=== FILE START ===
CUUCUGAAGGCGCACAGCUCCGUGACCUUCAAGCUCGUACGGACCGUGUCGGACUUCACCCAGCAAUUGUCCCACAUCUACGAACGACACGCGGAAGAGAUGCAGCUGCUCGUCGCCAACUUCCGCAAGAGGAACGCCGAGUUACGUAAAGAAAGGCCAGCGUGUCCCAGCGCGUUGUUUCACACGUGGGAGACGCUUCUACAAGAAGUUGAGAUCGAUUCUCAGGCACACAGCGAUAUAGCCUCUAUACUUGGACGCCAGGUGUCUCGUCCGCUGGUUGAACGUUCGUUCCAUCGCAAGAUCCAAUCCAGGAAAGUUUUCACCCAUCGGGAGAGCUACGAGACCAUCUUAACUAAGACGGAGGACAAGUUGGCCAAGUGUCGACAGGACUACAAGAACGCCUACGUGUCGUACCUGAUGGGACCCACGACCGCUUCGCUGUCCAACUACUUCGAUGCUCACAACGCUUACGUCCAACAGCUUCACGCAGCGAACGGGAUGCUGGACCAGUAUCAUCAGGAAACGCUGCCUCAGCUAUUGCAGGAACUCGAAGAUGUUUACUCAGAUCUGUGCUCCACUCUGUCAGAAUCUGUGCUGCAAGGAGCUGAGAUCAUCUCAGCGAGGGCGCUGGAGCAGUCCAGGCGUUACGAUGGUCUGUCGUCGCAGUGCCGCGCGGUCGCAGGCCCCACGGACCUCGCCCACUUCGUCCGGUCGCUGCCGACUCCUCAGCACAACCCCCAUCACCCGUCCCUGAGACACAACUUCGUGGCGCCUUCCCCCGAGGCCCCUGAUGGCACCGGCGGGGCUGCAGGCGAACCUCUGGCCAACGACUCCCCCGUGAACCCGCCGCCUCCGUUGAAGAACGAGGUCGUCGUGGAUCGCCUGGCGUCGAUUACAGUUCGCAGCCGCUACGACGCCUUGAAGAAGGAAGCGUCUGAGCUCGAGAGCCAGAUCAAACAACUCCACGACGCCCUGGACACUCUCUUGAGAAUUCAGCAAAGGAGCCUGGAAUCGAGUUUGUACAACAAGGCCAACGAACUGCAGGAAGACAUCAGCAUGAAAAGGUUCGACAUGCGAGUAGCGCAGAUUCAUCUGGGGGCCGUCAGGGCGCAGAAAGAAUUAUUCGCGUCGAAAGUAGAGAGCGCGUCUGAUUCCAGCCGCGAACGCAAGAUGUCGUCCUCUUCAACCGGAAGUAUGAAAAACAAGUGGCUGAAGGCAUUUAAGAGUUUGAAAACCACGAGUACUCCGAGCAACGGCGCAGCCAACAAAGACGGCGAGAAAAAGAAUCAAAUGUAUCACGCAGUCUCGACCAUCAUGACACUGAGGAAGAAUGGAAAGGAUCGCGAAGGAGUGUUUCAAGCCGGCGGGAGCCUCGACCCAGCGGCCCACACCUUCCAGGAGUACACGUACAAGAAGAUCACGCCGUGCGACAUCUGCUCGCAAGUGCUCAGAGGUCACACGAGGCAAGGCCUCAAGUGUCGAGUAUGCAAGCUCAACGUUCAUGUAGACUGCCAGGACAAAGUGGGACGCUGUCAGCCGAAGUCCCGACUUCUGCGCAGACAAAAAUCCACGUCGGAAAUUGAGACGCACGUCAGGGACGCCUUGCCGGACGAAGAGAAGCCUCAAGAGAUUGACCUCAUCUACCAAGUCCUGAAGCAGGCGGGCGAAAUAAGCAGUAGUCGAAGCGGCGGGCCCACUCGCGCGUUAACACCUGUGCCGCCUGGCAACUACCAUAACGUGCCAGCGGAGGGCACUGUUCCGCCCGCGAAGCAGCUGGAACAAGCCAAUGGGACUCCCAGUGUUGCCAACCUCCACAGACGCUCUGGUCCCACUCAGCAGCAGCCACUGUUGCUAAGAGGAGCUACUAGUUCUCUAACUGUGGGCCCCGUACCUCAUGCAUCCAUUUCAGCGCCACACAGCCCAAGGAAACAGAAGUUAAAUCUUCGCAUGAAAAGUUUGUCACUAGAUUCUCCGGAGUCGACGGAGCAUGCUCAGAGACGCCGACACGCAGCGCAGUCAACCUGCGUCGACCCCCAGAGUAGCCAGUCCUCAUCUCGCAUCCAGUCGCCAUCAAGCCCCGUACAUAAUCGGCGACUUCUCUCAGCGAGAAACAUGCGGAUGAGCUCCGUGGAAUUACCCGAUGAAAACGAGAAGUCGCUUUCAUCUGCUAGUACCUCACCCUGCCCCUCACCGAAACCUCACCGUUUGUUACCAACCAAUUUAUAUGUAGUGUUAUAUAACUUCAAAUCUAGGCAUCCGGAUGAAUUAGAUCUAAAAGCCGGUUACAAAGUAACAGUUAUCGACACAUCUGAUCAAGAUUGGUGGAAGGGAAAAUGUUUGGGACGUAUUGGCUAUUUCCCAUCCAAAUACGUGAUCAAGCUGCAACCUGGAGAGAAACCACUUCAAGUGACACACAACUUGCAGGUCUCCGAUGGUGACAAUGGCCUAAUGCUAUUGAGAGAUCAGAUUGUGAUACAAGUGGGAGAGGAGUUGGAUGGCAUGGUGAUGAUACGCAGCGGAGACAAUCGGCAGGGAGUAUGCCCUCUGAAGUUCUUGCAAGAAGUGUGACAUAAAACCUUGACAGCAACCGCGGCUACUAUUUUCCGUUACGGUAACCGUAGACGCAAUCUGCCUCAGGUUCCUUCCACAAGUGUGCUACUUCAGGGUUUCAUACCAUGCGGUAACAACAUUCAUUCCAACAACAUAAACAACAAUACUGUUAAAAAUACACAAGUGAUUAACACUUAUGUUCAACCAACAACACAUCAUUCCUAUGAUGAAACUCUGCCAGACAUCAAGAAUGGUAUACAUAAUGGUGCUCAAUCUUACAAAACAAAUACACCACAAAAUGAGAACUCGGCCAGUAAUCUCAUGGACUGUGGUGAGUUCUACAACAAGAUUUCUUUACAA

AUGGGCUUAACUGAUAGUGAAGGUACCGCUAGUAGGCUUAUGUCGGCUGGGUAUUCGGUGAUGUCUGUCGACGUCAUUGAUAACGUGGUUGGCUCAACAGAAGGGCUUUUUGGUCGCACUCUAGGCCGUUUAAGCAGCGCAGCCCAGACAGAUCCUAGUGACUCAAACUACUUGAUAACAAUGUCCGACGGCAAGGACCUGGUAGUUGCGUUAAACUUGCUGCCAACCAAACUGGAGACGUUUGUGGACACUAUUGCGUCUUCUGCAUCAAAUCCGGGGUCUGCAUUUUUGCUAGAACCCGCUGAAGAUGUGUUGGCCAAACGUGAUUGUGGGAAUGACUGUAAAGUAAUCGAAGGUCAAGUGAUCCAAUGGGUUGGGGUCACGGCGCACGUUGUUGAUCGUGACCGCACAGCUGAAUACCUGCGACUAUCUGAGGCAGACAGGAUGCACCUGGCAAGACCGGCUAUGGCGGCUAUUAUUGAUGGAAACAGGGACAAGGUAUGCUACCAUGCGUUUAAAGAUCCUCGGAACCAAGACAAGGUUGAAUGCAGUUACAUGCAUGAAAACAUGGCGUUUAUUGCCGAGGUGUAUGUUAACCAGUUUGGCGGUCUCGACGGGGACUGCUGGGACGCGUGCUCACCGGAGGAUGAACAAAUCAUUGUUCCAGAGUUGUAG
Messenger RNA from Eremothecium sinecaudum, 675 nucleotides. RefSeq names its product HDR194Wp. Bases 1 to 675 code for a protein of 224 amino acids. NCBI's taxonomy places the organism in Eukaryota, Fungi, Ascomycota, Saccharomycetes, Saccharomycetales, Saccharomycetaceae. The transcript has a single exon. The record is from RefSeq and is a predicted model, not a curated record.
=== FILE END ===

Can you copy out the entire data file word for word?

CUUCUGAAGGCGCACAGCUCCGUGACCUUCAAGCUCGUACGGACCGUGUCGGACUUCACCCAGCAAUUGUCCCACAUCUACGAACGACACGCGGAAGAGAUGCAGCUGCUCGUCGCCAACUUCCGCAAGAGGAACGCCGAGUUACGUAAAGAAAGGCCAGCGUGUCCCAGCGCGUUGUUUCACACGUGGGAGACGCUUCUACAAGAAGUUGAGAUCGAUUCUCAGGCACACAGCGAUAUAGCCUCUAUACUUGGACGCCAGGUGUCUCGUCCGCUGGUUGAACGUUCGUUCCAUCGCAAGAUCCAAUCCAGGAAAGUUUUCACCCAUCGGGAGAGCUACGAGACCAUCUUAACUAAGACGGAGGACAAGUUGGCCAAGUGUCGACAGGACUACAAGAACGCCUACGUGUCGUACCUGAUGGGACCCACGACCGCUUCGCUGUCCAACUACUUCGAUGCUCACAACGCUUACGUCCAACAGCUUCACGCAGCGAACGGGAUGCUGGACCAGUAUCAUCAGGAAACGCUGCCUCAGCUAUUGCAGGAACUCGAAGAUGUUUACUCAGAUCUGUGCUCCACUCUGUCAGAAUCUGUGCUGCAAGGAGCUGAGAUCAUCUCAGCGAGGGCGCUGGAGCAGUCCAGGCGUUACGAUGGUCUGUCGUCGCAGUGCCGCGCGGUCGCAGGCCCCACGGACCUCGCCCACUUCGUCCGGUCGCUGCCGACUCCUCAGCACAACCCCCAUCACCCGUCCCUGAGACACAACUUCGUGGCGCCUUCCCCCGAGGCCCCUGAUGGCACCGGCGGGGCUGCAGGCGAACCUCUGGCCAACGACUCCCCCGUGAACCCGCCGCCUCCGUUGAAGAACGAGGUCGUCGUGGAUCGCCUGGCGUCGAUUACAGUUCGCAGCCGCUACGACGCCUUGAAGAAGGAAGCGUCUGAGCUCGAGAGCCAGAUCAAACAACUCCACGACGCCCUGGACACUCUCUUGAGAAUUCAGCAAAGGAGCCUGGAAUCGAGUUUGUACAACAAGGCCAACGAACUGCAGGAAGACAUCAGCAUGAAAAGGUUCGACAUGCGAGUAGCGCAGAUUCAUCUGGGGGCCGUCAGGGCGCAGAAAGAAUUAUUCGCGUCGAAAGUAGAGAGCGCGUCUGAUUCCAGCCGCGAACGCAAGAUGUCGUCCUCUUCAACCGGAAGUAUGAAAAACAAGUGGCUGAAGGCAUUUAAGAGUUUGAAAACCACGAGUACUCCGAGCAACGGCGCAGCCAACAAAGACGGCGAGAAAAAGAAUCAAAUGUAUCACGCAGUCUCGACCAUCAUGACACUGAGGAAGAAUGGAAAGGAUCGCGAAGGAGUGUUUCAAGCCGGCGGGAGCCUCGACCCAGCGGCCCACACCUUCCAGGAGUACACGUACAAGAAGAUCACGCCGUGCGACAUCUGCUCGCAAGUGCUCAGAGGUCACACGAGGCAAGGCCUCAAGUGUCGAGUAUGCAAGCUCAACGUUCAUGUAGACUGCCAGGACAAAGUGGGACGCUGUCAGCCGAAGUCCCGACUUCUGCGCAGACAAAAAUCCACGUCGGAAAUUGAGACGCACGUCAGGGACGCCUUGCCGGACGAAGAGAAGCCUCAAGAGAUUGACCUCAUCUACCAAGUCCUGAAGCAGGCGGGCGAAAUAAGCAGUAGUCGAAGCGGCGGGCCCACUCGCGCGUUAACACCUGUGCCGCCUGGCAACUACCAUAACGUGCCAGCGGAGGGCACUGUUCCGCCCGCGAAGCAGCUGGAACAAGCCAAUGGGACUCCCAGUGUUGCCAACCUCCACAGACGCUCUGGUCCCACUCAGCAGCAGCCACUGUUGCUAAGAGGAGCUACUAGUUCUCUAACUGUGGGCCCCGUACCUCAUGCAUCCAUUUCAGCGCCACACAGCCCAAGGAAACAGAAGUUAAAUCUUCGCAUGAAAAGUUUGUCACUAGAUUCUCCGGAGUCGACGGAGCAUGCUCAGAGACGCCGACACGCAGCGCAGUCAACCUGCGUCGACCCCCAGAGUAGCCAGUCCUCAUCUCGCAUCCAGUCGCCAUCAAGCCCCGUACAUAAUCGGCGACUUCUCUCAGCGAGAAACAUGCGGAUGAGCUCCGUGGAAUUACCCGAUGAAAACGAGAAGUCGCUUUCAUCUGCUAGUACCUCACCCUGCCCCUCACCGAAACCUCACCGUUUGUUACCAACCAAUUUAUAUGUAGUGUUAUAUAACUUCAAAUCUAGGCAUCCGGAUGAAUUAGAUCUAAAAGCCGGUUACAAAGUAACAGUUAUCGACACAUCUGAUCAAGAUUGGUGGAAGGGAAAAUGUUUGGGACGUAUUGGCUAUUUCCCAUCCAAAUACGUGAUCAAGCUGCAACCUGGAGAGAAACCACUUCAAGUGACACACAACUUGCAGGUCUCCGAUGGUGACAAUGGCCUAAUGCUAUUGAGAGAUCAGAUUGUGAUACAAGUGGGAGAGGAGUUGGAUGGCAUGGUGAUGAUACGCAGCGGAGACAAUCGGCAGGGAGUAUGCCCUCUGAAGUUCUUGCAAGAAGUGUGACAUAAAACCUUGACAGCAACCGCGGCUACUAUUUUCCGUUACGGUAACCGUAGACGCAAUCUGCCUCAGGUUCCUUCCACAAGUGUGCUACUUCAGGGUUUCAUACCAUGCGGUAACAACAUUCAUUCCAACAACAUAAACAACAAUACUGUUAAAAAUACACAAGUGAUUAACACUUAUGUUCAACCAACAACACAUCAUUCCUAUGAUGAAACUCUGCCAGACAUCAAGAAUGGUAUACAUAAUGGUGCUCAAUCUUACAAAACAAAUACACCACAAAAUGAGAACUCGGCCAGUAAUCUCAUGGACUGUGGUGAGUUCUACAACAAGAUUUCUUUACAA

AUGGGCUUAACUGAUAGUGAAGGUACCGCUAGUAGGCUUAUGUCGGCUGGGUAUUCGGUGAUGUCUGUCGACGUCAUUGAUAACGUGGUUGGCUCAACAGAAGGGCUUUUUGGUCGCACUCUAGGCCGUUUAAGCAGCGCAGCCCAGACAGAUCCUAGUGACUCAAACUACUUGAUAACAAUGUCCGACGGCAAGGACCUGGUAGUUGCGUUAAACUUGCUGCCAACCAAACUGGAGACGUUUGUGGACACUAUUGCGUCUUCUGCAUCAAAUCCGGGGUCUGCAUUUUUGCUAGAACCCGCUGAAGAUGUGUUGGCCAAACGUGAUUGUGGGAAUGACUGUAAAGUAAUCGAAGGUCAAGUGAUCCAAUGGGUUGGGGUCACGGCGCACGUUGUUGAUCGUGACCGCACAGCUGAAUACCUGCGACUAUCUGAGGCAGACAGGAUGCACCUGGCAAGACCGGCUAUGGCGGCUAUUAUUGAUGGAAACAGGGACAAGGUAUGCUACCAUGCGUUUAAAGAUCCUCGGAACCAAGACAAGGUUGAAUGCAGUUACAUGCAUGAAAACAUGGCGUUUAUUGCCGAGGUGUAUGUUAACCAGUUUGGCGGUCUCGACGGGGACUGCUGGGACGCGUGCUCACCGGAGGAUGAACAAAUCAUUGUUCCAGAGUUGUAG
Messenger RNA from Eremothecium sinecaudum, 675 nucleotides. RefSeq names its product HDR194Wp. Bases 1 to 675 code for a protein of 224 amino acids. NCBI's taxonomy places the organism in Eukaryota, Fungi, Ascomycota, Saccharomycetes, Saccharomycetales, Saccharomycetaceae. The transcript has a single exon. The record is from RefSeq and is a predicted model, not a curated record.